This goes out to everyone who thinks frequent and long-term travellers run away from the responsibility to choose a career and make a living: you are oh-so wrong. First of all travelling actually requires a lot of responsibility, especially when doing it for months or years at once. The things I have learnt from travelling long- and short-term are valuable life-lessons, and I have picked up more than one practical skill along the way as well. More important however is the fact that routine – and I don’t mean doing the same 9-to-5 job for a few years, but the “being unsatisfied with life without changing anything about it”-kind – should be everybody’s worst night mare.
I am not saying I have to see every corner of the planet before I turn 30, but I also do not want to look back at my life one day and feel like I have not done enough to fulfil my dreams and desires.
I travel to escape the (false) reality of being done learning
I do not want to speak to soon, but once I have finished my PhD I will have more or less spent 24 years in the education system: primary and secondary school, undergraduate and postgraduate studies, a doctorate, intermitted by a few weeks or months of travelling, volunteering or freelancing as writer. To me that sounds like a pretty darn long time and I am sure you can understand that I am also looking forward to be finally finished with school. Finally finished learning – I could not be any more wrong.
I think it is easy to forget how to learn, when you are out of school long enough. I have not learnt a foreign language in 5 years and find it hard to get started with a new one. When I travel it comes back to me though. How to learn a language in order to communicate, how to combine different ingredients to make the most amazing meal or how to listen to stories to learn about history. As long as I travel, I will always know that I will never “finish” learning.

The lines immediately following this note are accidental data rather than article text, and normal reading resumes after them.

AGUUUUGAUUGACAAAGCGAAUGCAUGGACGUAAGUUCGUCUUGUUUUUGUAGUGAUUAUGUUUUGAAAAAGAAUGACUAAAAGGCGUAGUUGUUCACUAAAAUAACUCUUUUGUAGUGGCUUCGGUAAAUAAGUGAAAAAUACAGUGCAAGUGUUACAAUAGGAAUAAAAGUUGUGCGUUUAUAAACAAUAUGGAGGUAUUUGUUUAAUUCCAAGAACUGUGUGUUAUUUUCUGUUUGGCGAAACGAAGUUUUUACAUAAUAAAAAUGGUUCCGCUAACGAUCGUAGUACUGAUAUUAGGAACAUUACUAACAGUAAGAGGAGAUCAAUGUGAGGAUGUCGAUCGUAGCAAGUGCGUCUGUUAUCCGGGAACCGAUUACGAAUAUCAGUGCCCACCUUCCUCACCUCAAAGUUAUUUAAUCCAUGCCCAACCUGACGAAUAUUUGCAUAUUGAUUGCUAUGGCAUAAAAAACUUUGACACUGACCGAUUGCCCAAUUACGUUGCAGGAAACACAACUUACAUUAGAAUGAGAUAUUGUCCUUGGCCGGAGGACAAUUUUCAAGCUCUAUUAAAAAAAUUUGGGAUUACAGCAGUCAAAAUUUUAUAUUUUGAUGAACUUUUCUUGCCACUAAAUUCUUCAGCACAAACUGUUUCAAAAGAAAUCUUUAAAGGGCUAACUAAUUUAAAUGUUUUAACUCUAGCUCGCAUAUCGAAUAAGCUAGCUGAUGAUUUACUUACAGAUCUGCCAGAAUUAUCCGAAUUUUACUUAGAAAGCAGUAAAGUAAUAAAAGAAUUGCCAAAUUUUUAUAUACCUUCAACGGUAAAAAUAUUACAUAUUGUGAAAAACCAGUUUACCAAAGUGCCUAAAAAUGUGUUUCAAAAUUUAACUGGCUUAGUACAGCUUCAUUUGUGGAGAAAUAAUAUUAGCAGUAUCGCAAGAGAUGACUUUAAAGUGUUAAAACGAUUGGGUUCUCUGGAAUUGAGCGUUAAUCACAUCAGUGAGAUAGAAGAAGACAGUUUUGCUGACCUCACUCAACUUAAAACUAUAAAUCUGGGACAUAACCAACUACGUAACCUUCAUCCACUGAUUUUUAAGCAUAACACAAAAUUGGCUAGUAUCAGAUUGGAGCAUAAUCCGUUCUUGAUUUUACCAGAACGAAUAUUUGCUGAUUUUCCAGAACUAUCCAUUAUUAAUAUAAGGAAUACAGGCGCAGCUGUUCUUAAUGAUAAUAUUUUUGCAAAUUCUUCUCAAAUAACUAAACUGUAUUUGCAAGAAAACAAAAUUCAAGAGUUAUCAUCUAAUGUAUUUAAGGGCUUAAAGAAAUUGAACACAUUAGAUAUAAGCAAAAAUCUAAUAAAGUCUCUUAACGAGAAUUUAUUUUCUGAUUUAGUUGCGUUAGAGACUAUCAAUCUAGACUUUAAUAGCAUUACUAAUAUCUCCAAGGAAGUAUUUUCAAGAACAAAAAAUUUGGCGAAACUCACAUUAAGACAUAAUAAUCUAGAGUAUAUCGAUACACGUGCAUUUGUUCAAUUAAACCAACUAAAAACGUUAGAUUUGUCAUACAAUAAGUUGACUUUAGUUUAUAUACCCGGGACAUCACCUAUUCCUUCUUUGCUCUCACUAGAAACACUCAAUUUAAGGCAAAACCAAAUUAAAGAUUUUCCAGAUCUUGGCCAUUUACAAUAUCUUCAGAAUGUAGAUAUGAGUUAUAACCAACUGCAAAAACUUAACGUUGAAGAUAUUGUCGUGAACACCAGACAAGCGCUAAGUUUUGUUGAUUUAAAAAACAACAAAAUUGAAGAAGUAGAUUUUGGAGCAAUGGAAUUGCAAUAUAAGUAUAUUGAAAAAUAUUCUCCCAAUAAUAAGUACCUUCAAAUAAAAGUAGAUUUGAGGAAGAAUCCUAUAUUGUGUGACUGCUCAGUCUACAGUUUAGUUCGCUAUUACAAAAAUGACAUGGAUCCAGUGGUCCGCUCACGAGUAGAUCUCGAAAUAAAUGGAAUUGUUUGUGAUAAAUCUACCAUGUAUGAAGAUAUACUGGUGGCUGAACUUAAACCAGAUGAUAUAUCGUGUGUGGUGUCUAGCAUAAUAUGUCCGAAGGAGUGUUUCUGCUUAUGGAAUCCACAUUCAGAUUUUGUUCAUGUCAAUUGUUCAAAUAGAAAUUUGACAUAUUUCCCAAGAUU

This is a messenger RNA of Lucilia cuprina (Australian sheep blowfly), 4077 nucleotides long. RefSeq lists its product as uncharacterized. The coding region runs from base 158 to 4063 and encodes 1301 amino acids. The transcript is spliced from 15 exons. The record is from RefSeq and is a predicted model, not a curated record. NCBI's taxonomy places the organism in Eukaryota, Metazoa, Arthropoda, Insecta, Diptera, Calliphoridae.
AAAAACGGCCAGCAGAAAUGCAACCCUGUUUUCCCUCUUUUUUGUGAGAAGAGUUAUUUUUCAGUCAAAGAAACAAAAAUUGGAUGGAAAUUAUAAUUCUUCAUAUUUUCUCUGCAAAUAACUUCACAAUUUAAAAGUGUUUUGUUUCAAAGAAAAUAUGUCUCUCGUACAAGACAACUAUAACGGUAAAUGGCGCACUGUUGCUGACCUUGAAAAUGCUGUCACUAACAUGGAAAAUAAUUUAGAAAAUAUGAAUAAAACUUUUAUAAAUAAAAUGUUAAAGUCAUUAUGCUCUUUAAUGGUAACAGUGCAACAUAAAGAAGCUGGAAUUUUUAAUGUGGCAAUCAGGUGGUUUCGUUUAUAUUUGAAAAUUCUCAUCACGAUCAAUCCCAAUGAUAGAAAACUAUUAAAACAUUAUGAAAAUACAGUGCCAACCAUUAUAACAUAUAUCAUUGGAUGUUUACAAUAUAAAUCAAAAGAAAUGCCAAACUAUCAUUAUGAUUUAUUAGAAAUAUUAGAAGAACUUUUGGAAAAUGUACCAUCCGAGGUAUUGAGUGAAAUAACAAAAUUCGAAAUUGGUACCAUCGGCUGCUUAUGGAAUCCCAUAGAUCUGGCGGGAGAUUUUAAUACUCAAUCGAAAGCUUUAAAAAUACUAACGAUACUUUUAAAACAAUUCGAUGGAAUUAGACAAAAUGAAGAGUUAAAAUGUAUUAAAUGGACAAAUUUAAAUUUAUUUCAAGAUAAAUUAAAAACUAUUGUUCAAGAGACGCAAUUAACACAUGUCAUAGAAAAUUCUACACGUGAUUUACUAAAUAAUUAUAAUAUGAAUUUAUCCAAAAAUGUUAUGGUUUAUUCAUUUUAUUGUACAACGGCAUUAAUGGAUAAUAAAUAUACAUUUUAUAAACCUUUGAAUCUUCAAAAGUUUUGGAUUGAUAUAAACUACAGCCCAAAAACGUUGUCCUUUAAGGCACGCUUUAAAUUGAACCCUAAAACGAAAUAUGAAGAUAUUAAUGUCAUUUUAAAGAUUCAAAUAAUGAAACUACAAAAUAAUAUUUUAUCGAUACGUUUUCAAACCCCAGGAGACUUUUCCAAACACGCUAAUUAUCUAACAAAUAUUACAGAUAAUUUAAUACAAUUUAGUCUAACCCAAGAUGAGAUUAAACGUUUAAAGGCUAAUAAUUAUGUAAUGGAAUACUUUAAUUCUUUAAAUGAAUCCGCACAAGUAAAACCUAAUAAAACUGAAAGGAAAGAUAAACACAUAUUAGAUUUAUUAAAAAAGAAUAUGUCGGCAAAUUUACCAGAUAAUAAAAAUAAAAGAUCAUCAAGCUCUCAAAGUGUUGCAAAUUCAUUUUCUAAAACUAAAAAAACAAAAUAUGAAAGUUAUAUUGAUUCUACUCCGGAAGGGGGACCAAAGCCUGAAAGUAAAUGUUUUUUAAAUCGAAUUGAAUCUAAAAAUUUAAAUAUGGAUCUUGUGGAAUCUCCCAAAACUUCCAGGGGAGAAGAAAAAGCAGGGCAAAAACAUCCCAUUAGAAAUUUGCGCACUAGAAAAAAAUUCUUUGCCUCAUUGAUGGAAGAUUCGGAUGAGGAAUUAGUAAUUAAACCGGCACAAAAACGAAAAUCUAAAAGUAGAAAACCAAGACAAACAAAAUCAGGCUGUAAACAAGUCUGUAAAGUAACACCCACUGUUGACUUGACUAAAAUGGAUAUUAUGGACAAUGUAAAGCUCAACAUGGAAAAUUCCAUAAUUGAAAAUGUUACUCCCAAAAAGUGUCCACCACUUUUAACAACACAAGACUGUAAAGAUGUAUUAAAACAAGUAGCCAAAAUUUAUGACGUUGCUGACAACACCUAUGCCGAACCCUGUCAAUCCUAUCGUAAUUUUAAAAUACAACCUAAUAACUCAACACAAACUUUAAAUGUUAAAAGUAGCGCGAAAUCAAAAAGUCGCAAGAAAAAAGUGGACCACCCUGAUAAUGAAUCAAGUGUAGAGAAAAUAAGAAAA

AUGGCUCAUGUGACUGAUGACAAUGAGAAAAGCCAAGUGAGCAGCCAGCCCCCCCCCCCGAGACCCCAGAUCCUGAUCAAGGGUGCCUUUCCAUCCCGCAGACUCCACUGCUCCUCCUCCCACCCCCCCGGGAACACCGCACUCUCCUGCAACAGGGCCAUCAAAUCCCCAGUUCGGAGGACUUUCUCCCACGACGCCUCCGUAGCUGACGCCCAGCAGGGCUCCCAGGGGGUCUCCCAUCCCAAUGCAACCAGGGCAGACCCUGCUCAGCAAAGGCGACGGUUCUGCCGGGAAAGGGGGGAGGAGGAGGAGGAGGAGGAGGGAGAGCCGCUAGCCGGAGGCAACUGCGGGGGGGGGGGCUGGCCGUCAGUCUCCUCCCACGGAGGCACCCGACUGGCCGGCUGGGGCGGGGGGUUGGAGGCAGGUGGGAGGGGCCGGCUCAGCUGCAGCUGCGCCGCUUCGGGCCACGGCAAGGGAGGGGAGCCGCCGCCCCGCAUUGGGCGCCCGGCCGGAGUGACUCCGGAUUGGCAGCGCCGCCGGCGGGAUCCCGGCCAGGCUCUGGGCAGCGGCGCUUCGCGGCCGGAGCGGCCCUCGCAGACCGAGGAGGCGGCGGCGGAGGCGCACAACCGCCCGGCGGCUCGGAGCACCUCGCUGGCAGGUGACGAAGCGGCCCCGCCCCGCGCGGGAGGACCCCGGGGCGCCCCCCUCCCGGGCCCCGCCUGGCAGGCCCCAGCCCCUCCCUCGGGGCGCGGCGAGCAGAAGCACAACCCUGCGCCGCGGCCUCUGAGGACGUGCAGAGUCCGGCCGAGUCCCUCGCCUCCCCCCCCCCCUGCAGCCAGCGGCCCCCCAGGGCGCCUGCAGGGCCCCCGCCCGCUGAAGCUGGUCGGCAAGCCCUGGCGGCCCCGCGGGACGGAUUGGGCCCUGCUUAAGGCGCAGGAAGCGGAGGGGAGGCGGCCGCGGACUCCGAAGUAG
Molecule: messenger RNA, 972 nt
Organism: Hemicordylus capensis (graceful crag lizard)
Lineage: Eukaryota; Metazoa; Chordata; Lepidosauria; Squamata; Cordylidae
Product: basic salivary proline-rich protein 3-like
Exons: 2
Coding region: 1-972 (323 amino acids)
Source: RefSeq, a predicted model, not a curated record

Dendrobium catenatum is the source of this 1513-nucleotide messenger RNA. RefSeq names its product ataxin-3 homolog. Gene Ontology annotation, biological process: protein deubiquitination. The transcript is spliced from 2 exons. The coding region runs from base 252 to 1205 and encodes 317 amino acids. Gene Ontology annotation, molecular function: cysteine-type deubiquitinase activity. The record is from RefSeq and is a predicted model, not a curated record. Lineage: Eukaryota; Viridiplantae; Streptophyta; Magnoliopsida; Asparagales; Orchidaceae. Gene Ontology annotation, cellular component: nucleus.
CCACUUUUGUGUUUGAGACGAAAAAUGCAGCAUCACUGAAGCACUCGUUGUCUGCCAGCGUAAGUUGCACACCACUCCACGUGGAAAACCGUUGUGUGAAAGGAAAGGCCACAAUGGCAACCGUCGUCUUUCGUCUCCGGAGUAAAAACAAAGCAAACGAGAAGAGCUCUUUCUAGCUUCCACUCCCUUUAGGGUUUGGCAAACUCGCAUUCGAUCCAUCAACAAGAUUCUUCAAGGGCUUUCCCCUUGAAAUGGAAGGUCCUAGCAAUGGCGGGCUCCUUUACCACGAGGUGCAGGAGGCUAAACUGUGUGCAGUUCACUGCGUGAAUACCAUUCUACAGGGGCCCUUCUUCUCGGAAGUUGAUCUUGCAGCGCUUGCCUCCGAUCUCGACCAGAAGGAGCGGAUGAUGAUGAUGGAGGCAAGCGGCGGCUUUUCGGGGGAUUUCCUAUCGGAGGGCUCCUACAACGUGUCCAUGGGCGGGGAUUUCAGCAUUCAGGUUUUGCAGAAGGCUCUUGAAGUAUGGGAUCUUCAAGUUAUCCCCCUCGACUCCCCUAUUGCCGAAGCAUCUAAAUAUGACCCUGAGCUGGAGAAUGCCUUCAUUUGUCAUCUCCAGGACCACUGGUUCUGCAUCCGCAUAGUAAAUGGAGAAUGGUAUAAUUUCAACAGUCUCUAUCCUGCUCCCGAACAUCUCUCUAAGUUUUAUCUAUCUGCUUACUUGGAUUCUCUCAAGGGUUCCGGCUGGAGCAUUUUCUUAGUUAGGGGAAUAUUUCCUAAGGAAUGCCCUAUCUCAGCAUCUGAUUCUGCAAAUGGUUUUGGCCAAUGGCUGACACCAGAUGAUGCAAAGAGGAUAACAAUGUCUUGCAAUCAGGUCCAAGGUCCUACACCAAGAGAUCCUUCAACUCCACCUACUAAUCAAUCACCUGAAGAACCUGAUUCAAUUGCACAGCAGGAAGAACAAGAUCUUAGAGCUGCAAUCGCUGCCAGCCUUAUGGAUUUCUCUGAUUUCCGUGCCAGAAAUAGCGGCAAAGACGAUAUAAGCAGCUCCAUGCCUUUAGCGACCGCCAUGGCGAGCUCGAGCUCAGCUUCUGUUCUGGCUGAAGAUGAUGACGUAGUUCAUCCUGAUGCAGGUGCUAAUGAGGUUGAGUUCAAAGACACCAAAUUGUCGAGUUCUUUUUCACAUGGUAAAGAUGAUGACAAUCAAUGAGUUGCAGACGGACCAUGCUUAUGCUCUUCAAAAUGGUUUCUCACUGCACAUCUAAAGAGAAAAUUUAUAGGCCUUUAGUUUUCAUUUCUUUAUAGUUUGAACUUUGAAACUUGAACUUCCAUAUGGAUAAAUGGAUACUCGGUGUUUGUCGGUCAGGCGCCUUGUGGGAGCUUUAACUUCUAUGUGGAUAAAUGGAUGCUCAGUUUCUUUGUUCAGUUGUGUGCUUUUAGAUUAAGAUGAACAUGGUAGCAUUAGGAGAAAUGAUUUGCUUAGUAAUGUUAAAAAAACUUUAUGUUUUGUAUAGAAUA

Blogging is a huge part of this eternal learning process for me, because it gives me the opportunity to continuously reflect and improve the way I interact with this world. If you’re thinking about doing the same, here is how to start a travel blog in 6 easy steps.
I travel to escape the reality of bigotry
Who else is sick of hearing about Donald Trump? Or David Cameron? Or PEGIDA? Of course, leaving the country is not the way to go against these people – making use of your right to vote is. Instead of getting upset by yet another ’50 terrible things Trump said about women’-mashup I would just rather travel and speak to people who I actually want to listen to. Travelling is learning, and education fights bigotry.
Now, some might say – many people with prejudices don’t have access to education, so how are they supposed to be able to afford a trip abroad? What these people forget is the best about living in a diverse and multicultural country: you’ve get the world at your doorstep. So instead of locking yourself into your living room and being scared about change, go downstairs and have a cuppa with your neighbours from around the world!
So yes, I travel to escape reality. Sometimes the reality we live in is just not the reality we desire – and the only thing we can do about it, it go out and seek inspiration for a new, better reality. We bring it back home and do our best to change life for ourselves and for others. And if you ask me, travelling is the best way to get started!
This post appeared originally on The Midnight Blue Elephant.
All photos by Kathi Kamleitner.